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Wednesday, February 22, 2012 8:33 AM


Eurozone PMI "Worse Than Expected" and Back in Contraction; Expect German-Periphery Divergence to Resolve to the Downside for Germany


Bloomberg reports Stocks Decline in Europe After Worse-Than-Expected PMI Data

Purchasing Managers Index

European (SXXP) services and manufacturing output unexpectedly shrank in February as the euro-area economy struggled to rebound from a contraction in the fourth quarter. A euro-area composite index based on a survey of purchasing managers in both industries dropped to 49.7 from 50.4 in January, London-based Markit Economics said in an initial estimate released by e-mail today. Economists had forecast a reading of 50.5, according to the median of 16 estimates in a Bloomberg News survey.

A separate report showed German services and manufacturing expansion unexpectedly slowed in February amid declining orders at factories in Europe’s largest economy.
Unexpected?!

Exactly why anyone thought this would not happen is a mystery. The second mystery is why the data is so "good". Let's take a look at the actual data.

Markit Flash Eurozone PMI®

Please consider Markit Flash Eurozone PMI

  • Flash Eurozone PMI Composite Output Index at 49.7 (50.4 in January). Second-highest in six months.
  • Flash Eurozone Services PMI Activity Index at 49.4 (50.4 in January). Second-highest in six months.
  • Flash Eurozone Manufacturing PMI at 49.0 (48.8 in January). Six-month high.
  • Flash Eurozone Manufacturing PMI Output Index at 50.4 (50.4 in January).

The Markit Eurozone PMI® Composite Output Index fell from 50.4 in January to 49.7 in February, according to the preliminary ‘flash’ reading based on around 85% of usual monthly replies. The latest figure signalled a slight contraction in business activity following the marginal expansion seen in January, which had been the first month in which the Index had risen above the 50.0 no-change level since last August.

The latest reading was nevertheless the second-highest of the past six months, and suggests that the Eurozone economy has stabilised over the first two months of the year having contracted in the final quarter of 2011.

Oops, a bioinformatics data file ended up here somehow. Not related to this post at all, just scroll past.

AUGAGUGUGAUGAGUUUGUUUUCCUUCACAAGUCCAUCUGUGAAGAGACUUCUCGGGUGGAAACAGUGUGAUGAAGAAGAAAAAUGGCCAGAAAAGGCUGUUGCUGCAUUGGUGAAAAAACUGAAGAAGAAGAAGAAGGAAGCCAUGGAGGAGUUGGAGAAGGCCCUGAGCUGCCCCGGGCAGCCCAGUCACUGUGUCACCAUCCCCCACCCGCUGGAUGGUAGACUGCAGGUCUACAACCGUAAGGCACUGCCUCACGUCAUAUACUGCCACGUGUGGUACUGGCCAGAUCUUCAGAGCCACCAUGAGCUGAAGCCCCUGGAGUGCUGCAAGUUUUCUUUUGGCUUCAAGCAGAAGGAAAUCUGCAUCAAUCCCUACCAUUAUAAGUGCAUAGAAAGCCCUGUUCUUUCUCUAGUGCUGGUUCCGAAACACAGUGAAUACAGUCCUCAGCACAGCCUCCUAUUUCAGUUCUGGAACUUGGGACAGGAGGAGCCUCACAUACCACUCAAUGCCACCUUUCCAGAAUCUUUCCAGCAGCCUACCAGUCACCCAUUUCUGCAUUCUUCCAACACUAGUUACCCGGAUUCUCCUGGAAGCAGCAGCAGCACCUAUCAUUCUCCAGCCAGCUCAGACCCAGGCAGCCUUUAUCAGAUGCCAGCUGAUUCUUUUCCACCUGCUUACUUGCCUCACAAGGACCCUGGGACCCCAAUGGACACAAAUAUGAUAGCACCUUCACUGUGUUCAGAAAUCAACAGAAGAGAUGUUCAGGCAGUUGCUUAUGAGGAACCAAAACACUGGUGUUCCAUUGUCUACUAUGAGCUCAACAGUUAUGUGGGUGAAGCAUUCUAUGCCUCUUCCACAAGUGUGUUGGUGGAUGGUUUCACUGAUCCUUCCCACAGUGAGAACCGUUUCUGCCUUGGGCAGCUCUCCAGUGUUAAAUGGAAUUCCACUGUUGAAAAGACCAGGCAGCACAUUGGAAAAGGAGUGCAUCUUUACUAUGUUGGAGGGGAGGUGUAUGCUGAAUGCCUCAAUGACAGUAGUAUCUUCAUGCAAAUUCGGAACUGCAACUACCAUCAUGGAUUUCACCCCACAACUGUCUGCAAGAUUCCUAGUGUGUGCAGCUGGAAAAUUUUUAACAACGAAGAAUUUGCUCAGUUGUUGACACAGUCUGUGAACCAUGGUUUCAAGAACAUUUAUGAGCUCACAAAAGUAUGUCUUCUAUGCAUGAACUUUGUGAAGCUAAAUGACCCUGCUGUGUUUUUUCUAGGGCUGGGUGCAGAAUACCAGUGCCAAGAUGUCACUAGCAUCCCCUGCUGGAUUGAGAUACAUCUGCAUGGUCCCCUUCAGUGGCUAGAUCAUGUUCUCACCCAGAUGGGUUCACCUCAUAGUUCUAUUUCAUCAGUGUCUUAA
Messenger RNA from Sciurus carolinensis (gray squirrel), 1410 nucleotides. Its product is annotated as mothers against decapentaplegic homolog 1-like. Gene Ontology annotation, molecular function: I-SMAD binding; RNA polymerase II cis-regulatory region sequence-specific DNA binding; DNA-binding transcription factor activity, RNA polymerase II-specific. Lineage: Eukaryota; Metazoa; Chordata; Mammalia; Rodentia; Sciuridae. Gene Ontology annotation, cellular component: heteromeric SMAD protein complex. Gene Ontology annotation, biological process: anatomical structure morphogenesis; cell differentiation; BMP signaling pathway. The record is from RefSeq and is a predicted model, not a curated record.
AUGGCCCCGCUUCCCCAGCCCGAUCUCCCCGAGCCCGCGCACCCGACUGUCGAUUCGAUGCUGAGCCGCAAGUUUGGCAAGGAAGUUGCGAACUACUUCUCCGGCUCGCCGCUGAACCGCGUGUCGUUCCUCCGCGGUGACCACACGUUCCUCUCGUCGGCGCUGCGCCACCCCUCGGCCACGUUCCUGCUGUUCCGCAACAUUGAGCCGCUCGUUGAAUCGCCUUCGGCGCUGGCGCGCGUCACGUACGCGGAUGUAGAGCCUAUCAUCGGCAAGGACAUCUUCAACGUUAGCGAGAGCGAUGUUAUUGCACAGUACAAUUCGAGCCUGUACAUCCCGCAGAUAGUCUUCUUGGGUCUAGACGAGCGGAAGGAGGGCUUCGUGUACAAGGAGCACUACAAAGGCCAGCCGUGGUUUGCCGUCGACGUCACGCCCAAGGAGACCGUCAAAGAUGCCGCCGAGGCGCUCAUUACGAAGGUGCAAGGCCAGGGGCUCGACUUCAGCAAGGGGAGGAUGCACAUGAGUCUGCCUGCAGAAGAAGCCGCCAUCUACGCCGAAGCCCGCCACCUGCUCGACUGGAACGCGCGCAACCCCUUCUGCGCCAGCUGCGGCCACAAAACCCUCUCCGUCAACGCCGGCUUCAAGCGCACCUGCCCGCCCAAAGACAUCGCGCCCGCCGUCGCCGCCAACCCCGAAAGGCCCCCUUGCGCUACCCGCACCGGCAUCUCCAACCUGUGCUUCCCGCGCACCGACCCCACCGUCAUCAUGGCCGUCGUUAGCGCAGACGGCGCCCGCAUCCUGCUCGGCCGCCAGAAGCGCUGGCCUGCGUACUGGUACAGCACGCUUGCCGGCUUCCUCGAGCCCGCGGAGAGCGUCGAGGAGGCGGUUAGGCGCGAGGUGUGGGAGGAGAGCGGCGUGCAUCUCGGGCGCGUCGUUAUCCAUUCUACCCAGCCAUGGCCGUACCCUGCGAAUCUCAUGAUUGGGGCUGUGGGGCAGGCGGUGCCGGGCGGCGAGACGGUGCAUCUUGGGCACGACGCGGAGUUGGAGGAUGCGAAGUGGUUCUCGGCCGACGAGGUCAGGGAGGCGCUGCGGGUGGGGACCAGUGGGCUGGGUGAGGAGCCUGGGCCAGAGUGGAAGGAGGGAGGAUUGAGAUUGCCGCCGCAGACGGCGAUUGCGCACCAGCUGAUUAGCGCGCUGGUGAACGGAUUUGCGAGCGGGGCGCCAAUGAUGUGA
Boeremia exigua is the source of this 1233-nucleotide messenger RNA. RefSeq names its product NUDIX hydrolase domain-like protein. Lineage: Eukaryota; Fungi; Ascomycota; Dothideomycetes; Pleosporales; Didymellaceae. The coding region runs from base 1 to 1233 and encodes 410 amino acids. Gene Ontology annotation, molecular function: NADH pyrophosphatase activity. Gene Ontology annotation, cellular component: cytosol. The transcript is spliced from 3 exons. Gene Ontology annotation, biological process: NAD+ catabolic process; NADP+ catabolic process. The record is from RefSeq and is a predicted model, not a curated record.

Incoming new business fell for the seventh month running, but the rate of deterioration eased for the fourth month in a row to register the smallest drop in demand for six months. Rates of decline eased in both manufacturing and services, with the latter showing the smaller decline. Manufacturers reported the weakest drop in demand for seven months, led by an easing in the rate of loss in new export orders, while the decline in service sector new business was the smallest in the current six-month sequence.

Backlogs of orders fell across the region for the eighth successive month, but at reduced rates in both manufacturing and services. The overall fall was the smallest for six months. However, a combination of falling inflows of new business and lower backlogs of work caused companies to trim their headcounts, leading to a slight drop in employment for the second successive month.

Reductions in headcounts were only marginal in both manufacturing and services, but contrasted with robust employment growth in both sectors during the first half of last year. Employment growth in Germany slowed to the weakest since March 2010, while only a modest gain was seen in France. Elsewhere in the Eurozone, the average rate of job losses eased to a four-month low but remained steep.

Commenting on the flash PMI data, Chris Williamson, Chief Economist at Markit said:

“A retreat back below the 50.0 no-change level for the Eurozone PMI is a disappointment, and highlights the ongoing risk that the region may be sliding back into recession. Although business conditions are showing signs of stabilising so far this year, which represents a marked improvement on the widespread deepening gloom seen late last year, the Eurozone is by no means out of the woods. Demand needs to improve considerably in coming months before we can safely say that the region will return to anything like reasonable growth.

“Encouragingly, business confidence continues to improve on the better news flow surrounding the sovereign debt crisis and renewed stimulus from the ECB. But even German companies remain unsure about the outlook, and many are clearly seeking to cut costs where possible in order to be more competitive in a tough business environment.

“Sharp divergences in performance also continued to be evident across the region, with modest growth in Germany contrasting with a steep decline in the periphery. Given the lack of domestic demand in austerity-hit peripheral countries, this divergence looks set to continue for some time.”
Expect German-Periphery Divergence to Resolve to the Downside for Germany

The idea that Europe can avoid a recession is complete silliness. Europe is clearly in a recession already.

The amazing thing is things have not deteriorated more than they have. Unlike the Chief Economist at Markit, I expect the divergence to resolve to the downside for Germany, not for the divergence to continue for some time. Given conditions in Europe and Asia, the odds that Germany is immune from the global slowdown are essentially zero.

Mike "Mish" Shedlock
http://globaleconomicanalysis.blogspot.com
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